The world-renowned New York City Ballet never fails to put on breathtaking displays, but the exact amount of work it takes to put on each show often goes unnoticed. That massive behind-the-scenes effort is what drew Lauren Redniss to a project of equally large proportion: crafting portraits of as many of these backstage workers as she could. In a collaboration with the New York City Ballet’s Art Series, the resulting exhibition, “A Gathering,” features more than 100 portraits of ballet workers, from ushers to costume minders to archivists, all of whom she personally spoke with.
Redniss set out to shine a spotlight on these unseen yet integral workers. “This installation was meant to bring the back of the house to the front of the house, to recognize the creativity and labor of these people whose work, in general, is pretty hidden and easy to overlook. I wanted to acknowledge all of these people who are all so critical to the work of this storied institution.”
While some might see indecisiveness as a vice, Redniss’s refusal to choose a storytelling form is what made her installation stand out. “I guess I’m just greedy. I feel like, why should I have to choose between words and images, because I have both? They both take a role and can play, and why not?” Marrying her background as an accomplished author of several visual non-fiction books with her foundation in drawing, Redniss brings in each portrait subject’s life story or NYCB contributions in text that can be seen throughout the exhibition.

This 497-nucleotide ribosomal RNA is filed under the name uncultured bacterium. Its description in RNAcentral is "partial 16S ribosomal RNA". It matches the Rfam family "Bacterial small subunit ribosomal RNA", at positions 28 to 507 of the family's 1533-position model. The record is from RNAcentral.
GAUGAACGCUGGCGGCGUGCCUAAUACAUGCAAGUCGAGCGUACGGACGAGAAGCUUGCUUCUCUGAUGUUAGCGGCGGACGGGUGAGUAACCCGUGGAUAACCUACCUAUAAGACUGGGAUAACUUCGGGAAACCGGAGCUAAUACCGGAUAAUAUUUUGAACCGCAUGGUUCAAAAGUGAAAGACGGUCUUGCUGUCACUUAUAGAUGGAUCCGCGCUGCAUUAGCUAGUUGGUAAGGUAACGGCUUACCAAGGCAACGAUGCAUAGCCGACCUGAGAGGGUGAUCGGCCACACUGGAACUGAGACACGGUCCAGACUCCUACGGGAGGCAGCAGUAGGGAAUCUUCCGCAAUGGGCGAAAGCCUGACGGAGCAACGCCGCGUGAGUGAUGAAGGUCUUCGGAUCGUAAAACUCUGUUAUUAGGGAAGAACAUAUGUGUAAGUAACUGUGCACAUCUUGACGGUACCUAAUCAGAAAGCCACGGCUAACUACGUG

Below, a selection of featured work, with insight from Redniss into each subject’s story.
“Head of security Clem Mitcham studied fingerprinting at Scotland Yard before immigrating to the United States in 1970. Three of his sons also work backstage, including David Mitcham, who returned to the theater after serving in the Kuwait and Saudi Arabia as Marine reconnaissance scout.”
“Andres Mazuera is a performance porter. He told me about bringing flowers on stage to a ballerina who had just performed, looking out past the footlights into the audience, and feeling ‘the heat of everyone’s eyes.’”
“Norma Attride is part of the wardrobe crew maintaining the costumes. She has to maintain the life of the costume, whether its changing elastics, or threading the costume if someone had just worn it and someone else needs to wear it for the evening. She talked to me about intimate moments with dancers, of getting them dressed when they’re out in the wings for a quick change, just these kind of wearable art objects that she maintained. She also told me it’s a lot of Woolite!”
“Celly Diaz (on far left) who runs the box office mailroom, is the third generation in her family to work at New York City Ballet. Her father and grandfather worked as porters. She told me that her father brought her to the theater early one winter morning when she was about 8 or 9, and that, when she walks into the theater now, she is transported back in time: ‘It’s the same smell. The wood, the velvet. It takes me back.’”
“A Gathering” is on view at NYCB’s home at Lincoln Center through the winter season, ending March 1.